With all the narco-trafficking, warring cartels and general unrest along the Mexican border making a safe crossing is high on my list. You hear what you’re willing to listen to. Johnny Cash said it the best: “Bad news travels like wildfire, good news travels slow.” Having spent my fair share of time south of border I know from personal experience that come night fall, you could have picked a better place to spend your time. That’s not to say that all of Mexico is bad, just that one would be well served to make a b-line from the border crossing as far south as possible in one hop finding a cozy place to stay before the sun sets. In my particular case, I’ll have one good lookin’, blonde haired, blue eyed gal on the back of said motorcycle whose safety I’ll need to be concerned with in addition to my own. We might as well not take any chances. The proposed route is as follows.
As we will be starting out from West Virginia South Texas border crossings are our most accessible options. After some research Laredo and Eagle pass came up the winners based on ease of access, general safety, volume, access to and quality of highways in Northern Mexico. I chose Laredo / Nuevo Laredo simply because it’s the closer of the two. The plan: Stay the night somewhere comfortable in Laredo, get a good night’s sleep, hit the border crossing at first light and gun it south to San Luis Potosi, about 400 miles. It’s a heck of a haul the first day but will get us well clear of trouble spots along the border. An easy 150 miles or so the following day to Queretaro, which is supposed to be a wonderful city nestled about 6,000 feet and laced with a history from Mexico’s silver mining heyday.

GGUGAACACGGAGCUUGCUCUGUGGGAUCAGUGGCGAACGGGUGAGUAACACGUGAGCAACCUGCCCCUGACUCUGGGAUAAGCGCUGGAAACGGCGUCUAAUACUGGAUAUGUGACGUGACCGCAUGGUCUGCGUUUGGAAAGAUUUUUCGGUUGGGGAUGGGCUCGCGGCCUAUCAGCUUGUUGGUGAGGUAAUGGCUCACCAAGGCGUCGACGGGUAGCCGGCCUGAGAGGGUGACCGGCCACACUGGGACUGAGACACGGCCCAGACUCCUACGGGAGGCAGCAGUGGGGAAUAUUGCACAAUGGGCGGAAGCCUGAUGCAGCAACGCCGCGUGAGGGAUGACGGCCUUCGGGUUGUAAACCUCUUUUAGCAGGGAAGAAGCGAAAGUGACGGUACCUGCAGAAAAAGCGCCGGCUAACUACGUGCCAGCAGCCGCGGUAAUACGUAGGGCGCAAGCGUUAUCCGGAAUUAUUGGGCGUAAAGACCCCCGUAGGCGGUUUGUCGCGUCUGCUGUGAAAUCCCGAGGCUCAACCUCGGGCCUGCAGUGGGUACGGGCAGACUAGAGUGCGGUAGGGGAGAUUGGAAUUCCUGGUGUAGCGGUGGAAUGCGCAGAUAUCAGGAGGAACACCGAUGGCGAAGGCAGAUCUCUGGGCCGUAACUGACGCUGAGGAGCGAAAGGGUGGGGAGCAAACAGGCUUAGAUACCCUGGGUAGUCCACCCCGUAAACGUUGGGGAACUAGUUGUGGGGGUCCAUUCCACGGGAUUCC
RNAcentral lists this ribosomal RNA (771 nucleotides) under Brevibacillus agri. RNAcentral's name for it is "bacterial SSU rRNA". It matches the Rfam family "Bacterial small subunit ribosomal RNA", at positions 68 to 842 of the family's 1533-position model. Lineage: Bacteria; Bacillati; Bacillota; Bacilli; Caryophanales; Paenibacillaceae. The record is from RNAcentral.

After Queretaro we’re going to start making our way to the Gulf coast and out towards the Yucatan dodging Mexico City for the first round.
Three weeks until take off. I’ll come back to this post at some point with how our route panned out. I love planning trips like this. I live for this.